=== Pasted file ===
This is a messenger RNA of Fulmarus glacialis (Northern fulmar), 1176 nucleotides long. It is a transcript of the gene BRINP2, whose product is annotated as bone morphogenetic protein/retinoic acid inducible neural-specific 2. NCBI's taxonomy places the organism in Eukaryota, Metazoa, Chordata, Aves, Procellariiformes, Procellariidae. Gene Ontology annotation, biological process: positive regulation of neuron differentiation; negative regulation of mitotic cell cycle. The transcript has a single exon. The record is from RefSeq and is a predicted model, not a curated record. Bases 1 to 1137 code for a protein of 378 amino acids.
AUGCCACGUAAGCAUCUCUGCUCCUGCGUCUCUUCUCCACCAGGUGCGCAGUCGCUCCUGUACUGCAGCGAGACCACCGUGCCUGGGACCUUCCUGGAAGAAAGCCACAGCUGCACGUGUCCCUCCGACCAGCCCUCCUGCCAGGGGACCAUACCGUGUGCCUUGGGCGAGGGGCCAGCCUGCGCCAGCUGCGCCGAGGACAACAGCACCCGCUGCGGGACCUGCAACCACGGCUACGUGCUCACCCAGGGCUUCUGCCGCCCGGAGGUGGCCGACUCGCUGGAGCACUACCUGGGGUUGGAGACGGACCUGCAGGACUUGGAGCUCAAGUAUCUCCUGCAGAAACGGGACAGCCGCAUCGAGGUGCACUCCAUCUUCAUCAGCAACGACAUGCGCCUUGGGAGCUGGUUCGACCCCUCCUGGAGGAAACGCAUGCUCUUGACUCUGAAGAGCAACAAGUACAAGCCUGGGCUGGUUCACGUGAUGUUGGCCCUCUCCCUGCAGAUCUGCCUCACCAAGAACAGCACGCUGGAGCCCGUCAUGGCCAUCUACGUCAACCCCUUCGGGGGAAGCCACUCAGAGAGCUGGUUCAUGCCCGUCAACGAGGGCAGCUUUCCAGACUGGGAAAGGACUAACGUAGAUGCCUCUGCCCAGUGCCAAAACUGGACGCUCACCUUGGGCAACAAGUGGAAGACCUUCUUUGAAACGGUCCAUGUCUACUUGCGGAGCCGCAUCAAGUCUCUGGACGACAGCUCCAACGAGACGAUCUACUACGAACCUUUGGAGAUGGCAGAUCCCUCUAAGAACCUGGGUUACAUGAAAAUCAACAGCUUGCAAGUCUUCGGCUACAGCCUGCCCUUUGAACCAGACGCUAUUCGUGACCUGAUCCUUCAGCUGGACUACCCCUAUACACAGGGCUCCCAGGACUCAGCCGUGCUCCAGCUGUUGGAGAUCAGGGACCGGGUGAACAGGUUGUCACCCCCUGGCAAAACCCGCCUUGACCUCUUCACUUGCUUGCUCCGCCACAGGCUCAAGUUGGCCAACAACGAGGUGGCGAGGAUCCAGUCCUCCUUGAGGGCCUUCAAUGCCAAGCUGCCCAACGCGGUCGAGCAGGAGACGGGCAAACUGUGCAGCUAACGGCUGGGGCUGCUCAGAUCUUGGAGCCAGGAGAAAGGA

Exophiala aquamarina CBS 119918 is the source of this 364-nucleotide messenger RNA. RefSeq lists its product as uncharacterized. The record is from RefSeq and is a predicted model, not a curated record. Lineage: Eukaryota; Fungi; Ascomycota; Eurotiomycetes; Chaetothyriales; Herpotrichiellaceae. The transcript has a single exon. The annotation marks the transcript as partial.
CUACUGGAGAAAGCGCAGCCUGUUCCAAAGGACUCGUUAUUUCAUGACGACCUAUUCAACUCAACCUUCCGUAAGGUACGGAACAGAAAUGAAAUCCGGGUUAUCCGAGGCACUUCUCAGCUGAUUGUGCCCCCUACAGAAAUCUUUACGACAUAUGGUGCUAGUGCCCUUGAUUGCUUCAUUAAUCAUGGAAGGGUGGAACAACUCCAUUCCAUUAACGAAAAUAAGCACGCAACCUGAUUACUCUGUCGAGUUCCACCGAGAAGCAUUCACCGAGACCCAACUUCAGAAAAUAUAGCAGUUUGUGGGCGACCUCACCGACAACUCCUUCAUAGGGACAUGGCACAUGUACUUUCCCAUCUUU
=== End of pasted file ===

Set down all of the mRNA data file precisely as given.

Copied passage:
This is a messenger RNA of Fulmarus glacialis (Northern fulmar), 1176 nucleotides long. It is a transcript of the gene BRINP2, whose product is annotated as bone morphogenetic protein/retinoic acid inducible neural-specific 2. NCBI's taxonomy places the organism in Eukaryota, Metazoa, Chordata, Aves, Procellariiformes, Procellariidae. Gene Ontology annotation, biological process: positive regulation of neuron differentiation; negative regulation of mitotic cell cycle. The transcript has a single exon. The record is from RefSeq and is a predicted model, not a curated record. Bases 1 to 1137 code for a protein of 378 amino acids.
AUGCCACGUAAGCAUCUCUGCUCCUGCGUCUCUUCUCCACCAGGUGCGCAGUCGCUCCUGUACUGCAGCGAGACCACCGUGCCUGGGACCUUCCUGGAAGAAAGCCACAGCUGCACGUGUCCCUCCGACCAGCCCUCCUGCCAGGGGACCAUACCGUGUGCCUUGGGCGAGGGGCCAGCCUGCGCCAGCUGCGCCGAGGACAACAGCACCCGCUGCGGGACCUGCAACCACGGCUACGUGCUCACCCAGGGCUUCUGCCGCCCGGAGGUGGCCGACUCGCUGGAGCACUACCUGGGGUUGGAGACGGACCUGCAGGACUUGGAGCUCAAGUAUCUCCUGCAGAAACGGGACAGCCGCAUCGAGGUGCACUCCAUCUUCAUCAGCAACGACAUGCGCCUUGGGAGCUGGUUCGACCCCUCCUGGAGGAAACGCAUGCUCUUGACUCUGAAGAGCAACAAGUACAAGCCUGGGCUGGUUCACGUGAUGUUGGCCCUCUCCCUGCAGAUCUGCCUCACCAAGAACAGCACGCUGGAGCCCGUCAUGGCCAUCUACGUCAACCCCUUCGGGGGAAGCCACUCAGAGAGCUGGUUCAUGCCCGUCAACGAGGGCAGCUUUCCAGACUGGGAAAGGACUAACGUAGAUGCCUCUGCCCAGUGCCAAAACUGGACGCUCACCUUGGGCAACAAGUGGAAGACCUUCUUUGAAACGGUCCAUGUCUACUUGCGGAGCCGCAUCAAGUCUCUGGACGACAGCUCCAACGAGACGAUCUACUACGAACCUUUGGAGAUGGCAGAUCCCUCUAAGAACCUGGGUUACAUGAAAAUCAACAGCUUGCAAGUCUUCGGCUACAGCCUGCCCUUUGAACCAGACGCUAUUCGUGACCUGAUCCUUCAGCUGGACUACCCCUAUACACAGGGCUCCCAGGACUCAGCCGUGCUCCAGCUGUUGGAGAUCAGGGACCGGGUGAACAGGUUGUCACCCCCUGGCAAAACCCGCCUUGACCUCUUCACUUGCUUGCUCCGCCACAGGCUCAAGUUGGCCAACAACGAGGUGGCGAGGAUCCAGUCCUCCUUGAGGGCCUUCAAUGCCAAGCUGCCCAACGCGGUCGAGCAGGAGACGGGCAAACUGUGCAGCUAACGGCUGGGGCUGCUCAGAUCUUGGAGCCAGGAGAAAGGA

Exophiala aquamarina CBS 119918 is the source of this 364-nucleotide messenger RNA. RefSeq lists its product as uncharacterized. The record is from RefSeq and is a predicted model, not a curated record. Lineage: Eukaryota; Fungi; Ascomycota; Eurotiomycetes; Chaetothyriales; Herpotrichiellaceae. The transcript has a single exon. The annotation marks the transcript as partial.
CUACUGGAGAAAGCGCAGCCUGUUCCAAAGGACUCGUUAUUUCAUGACGACCUAUUCAACUCAACCUUCCGUAAGGUACGGAACAGAAAUGAAAUCCGGGUUAUCCGAGGCACUUCUCAGCUGAUUGUGCCCCCUACAGAAAUCUUUACGACAUAUGGUGCUAGUGCCCUUGAUUGCUUCAUUAAUCAUGGAAGGGUGGAACAACUCCAUUCCAUUAACGAAAAUAAGCACGCAACCUGAUUACUCUGUCGAGUUCCACCGAGAAGCAUUCACCGAGACCCAACUUCAGAAAAUAUAGCAGUUUGUGGGCGACCUCACCGACAACUCCUUCAUAGGGACAUGGCACAUGUACUUUCCCAUCUUU